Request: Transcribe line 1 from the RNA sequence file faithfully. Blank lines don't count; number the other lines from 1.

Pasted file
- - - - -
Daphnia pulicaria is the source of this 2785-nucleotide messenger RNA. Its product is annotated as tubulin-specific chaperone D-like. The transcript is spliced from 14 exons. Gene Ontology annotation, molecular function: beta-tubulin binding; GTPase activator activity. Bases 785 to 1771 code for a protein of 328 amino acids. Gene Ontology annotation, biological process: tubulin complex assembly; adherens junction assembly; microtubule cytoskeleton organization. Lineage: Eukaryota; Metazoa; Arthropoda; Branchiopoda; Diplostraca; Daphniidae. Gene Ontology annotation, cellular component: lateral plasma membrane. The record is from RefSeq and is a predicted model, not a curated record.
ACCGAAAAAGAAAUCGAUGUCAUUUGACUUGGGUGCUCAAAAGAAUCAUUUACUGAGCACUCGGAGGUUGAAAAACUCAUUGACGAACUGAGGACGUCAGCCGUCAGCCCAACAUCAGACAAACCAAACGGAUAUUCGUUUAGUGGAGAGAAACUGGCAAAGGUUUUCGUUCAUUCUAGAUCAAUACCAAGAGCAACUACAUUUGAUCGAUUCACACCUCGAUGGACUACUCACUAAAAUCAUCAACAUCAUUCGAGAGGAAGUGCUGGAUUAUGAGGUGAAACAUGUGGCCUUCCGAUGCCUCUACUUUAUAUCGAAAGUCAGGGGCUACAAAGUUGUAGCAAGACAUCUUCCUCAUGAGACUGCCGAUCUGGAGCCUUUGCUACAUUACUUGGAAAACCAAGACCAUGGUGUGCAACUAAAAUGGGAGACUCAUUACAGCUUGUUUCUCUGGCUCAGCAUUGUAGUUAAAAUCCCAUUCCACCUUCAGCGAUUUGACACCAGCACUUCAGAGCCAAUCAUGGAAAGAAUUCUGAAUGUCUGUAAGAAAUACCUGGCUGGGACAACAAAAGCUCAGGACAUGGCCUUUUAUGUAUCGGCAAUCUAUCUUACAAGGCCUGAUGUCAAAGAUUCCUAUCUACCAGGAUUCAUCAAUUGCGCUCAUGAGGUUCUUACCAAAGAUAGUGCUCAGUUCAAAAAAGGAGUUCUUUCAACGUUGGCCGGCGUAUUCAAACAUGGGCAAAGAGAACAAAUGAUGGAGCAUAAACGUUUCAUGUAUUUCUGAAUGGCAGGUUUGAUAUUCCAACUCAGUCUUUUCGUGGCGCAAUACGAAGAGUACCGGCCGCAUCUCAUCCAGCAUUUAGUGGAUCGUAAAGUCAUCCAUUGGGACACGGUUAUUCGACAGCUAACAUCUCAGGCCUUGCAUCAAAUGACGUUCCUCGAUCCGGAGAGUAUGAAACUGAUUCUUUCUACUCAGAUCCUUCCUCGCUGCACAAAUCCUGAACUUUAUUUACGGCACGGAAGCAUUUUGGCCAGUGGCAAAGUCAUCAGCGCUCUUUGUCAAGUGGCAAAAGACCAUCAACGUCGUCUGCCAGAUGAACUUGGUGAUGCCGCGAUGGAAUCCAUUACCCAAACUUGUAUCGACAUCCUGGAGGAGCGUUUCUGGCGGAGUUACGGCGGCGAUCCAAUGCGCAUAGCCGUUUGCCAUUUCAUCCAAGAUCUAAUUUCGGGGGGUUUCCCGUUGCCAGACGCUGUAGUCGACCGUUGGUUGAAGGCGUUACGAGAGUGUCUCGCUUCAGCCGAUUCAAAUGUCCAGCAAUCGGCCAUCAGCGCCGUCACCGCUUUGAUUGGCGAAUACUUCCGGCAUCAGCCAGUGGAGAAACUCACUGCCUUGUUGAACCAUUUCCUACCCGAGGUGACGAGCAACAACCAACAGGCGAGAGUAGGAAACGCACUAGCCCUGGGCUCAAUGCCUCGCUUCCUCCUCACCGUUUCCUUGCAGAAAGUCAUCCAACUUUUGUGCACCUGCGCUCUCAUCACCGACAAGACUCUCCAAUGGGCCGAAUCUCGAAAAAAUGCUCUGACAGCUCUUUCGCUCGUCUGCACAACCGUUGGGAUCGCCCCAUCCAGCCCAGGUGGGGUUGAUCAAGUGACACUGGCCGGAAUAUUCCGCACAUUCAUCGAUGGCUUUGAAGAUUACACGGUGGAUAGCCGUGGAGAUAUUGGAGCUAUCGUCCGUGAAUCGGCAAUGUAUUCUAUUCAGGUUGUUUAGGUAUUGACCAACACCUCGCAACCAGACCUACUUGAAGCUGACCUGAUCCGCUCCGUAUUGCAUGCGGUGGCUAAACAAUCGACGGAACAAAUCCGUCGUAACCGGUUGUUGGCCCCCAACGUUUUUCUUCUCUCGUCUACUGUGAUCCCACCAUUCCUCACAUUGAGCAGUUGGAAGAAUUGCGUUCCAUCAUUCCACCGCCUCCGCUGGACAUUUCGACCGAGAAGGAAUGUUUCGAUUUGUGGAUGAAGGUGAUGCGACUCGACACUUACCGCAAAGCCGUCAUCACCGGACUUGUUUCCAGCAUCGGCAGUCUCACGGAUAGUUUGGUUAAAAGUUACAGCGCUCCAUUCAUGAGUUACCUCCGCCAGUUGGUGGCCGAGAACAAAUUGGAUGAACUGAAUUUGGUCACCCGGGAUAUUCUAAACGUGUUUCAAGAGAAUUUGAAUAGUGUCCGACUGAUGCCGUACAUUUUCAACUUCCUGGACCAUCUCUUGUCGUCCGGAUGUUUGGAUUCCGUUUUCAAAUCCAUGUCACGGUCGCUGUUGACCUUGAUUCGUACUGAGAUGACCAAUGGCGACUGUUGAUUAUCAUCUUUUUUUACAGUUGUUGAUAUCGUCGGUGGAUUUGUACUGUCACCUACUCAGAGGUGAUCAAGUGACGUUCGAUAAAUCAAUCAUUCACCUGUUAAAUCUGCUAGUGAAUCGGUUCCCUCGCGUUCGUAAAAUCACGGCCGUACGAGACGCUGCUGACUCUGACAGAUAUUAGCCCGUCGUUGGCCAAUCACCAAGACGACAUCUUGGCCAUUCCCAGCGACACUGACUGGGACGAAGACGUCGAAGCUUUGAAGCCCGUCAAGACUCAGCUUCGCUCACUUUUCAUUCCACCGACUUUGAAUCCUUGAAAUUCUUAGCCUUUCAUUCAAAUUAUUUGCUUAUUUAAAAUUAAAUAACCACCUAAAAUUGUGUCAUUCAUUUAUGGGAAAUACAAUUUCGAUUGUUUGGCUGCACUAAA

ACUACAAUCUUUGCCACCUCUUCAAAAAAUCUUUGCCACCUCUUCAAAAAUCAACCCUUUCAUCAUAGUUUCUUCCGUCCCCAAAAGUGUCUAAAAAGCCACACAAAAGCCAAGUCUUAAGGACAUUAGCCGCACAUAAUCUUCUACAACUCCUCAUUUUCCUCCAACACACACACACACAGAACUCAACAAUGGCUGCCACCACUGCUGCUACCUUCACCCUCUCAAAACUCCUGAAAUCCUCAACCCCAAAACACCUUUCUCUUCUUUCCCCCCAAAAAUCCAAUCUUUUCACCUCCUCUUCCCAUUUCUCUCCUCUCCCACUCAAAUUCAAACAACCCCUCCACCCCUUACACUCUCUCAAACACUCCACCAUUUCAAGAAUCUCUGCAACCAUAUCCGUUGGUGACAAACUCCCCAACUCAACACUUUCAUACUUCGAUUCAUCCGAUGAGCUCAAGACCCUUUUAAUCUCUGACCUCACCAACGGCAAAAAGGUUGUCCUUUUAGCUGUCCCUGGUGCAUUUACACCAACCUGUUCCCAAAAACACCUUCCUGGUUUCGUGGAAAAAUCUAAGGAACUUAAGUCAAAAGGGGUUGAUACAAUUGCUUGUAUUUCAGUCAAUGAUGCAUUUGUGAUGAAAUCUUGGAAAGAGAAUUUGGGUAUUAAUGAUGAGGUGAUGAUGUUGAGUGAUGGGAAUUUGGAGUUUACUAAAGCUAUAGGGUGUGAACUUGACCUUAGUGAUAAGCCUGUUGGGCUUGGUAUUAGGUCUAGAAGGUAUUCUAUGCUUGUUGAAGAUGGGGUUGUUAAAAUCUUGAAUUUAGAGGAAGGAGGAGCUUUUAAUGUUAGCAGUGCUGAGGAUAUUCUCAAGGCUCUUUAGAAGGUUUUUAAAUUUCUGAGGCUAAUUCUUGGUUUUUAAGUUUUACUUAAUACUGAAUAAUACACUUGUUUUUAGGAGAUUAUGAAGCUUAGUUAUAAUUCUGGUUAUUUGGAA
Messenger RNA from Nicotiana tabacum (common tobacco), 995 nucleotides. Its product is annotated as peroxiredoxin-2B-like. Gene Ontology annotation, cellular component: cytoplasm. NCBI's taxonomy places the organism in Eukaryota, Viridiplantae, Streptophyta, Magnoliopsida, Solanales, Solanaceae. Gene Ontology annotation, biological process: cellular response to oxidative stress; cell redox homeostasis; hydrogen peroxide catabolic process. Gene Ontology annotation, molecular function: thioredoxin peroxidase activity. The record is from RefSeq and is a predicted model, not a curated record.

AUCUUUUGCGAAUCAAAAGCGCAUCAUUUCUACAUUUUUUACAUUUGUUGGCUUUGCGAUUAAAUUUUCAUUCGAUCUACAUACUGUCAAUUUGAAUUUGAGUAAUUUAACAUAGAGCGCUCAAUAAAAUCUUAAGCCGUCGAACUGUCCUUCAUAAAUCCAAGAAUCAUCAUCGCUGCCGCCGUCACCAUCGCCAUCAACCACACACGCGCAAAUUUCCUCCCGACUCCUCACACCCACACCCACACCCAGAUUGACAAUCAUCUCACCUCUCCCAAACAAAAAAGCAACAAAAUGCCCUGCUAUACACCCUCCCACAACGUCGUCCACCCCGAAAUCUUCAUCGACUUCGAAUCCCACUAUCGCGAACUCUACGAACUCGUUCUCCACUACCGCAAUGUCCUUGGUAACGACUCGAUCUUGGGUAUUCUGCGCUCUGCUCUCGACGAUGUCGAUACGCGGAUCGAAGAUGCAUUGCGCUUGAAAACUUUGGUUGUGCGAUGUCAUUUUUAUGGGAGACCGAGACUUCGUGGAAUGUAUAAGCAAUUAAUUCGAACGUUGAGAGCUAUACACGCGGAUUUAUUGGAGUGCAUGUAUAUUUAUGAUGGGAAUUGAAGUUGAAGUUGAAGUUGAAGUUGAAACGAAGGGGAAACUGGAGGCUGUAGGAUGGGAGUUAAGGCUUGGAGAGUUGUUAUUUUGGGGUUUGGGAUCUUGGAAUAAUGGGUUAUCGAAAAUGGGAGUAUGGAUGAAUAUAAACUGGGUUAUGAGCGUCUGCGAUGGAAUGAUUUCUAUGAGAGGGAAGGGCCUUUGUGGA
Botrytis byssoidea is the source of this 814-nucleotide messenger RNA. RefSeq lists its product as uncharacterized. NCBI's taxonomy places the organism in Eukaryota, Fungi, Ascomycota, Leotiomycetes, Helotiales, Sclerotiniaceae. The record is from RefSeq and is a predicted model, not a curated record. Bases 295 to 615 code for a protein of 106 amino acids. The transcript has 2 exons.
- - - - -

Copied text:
Daphnia pulicaria is the source of this 2785-nucleotide messenger RNA. Its product is annotated as tubulin-specific chaperone D-like. The transcript is spliced from 14 exons. Gene Ontology annotation, molecular function: beta-tubulin binding; GTPase activator activity. Bases 785 to 1771 code for a protein of 328 amino acids. Gene Ontology annotation, biological process: tubulin complex assembly; adherens junction assembly; microtubule cytoskeleton organization. Lineage: Eukaryota; Metazoa; Arthropoda; Branchiopoda; Diplostraca; Daphniidae. Gene Ontology annotation, cellular component: lateral plasma membrane. The record is from RefSeq and is a predicted model, not a curated record.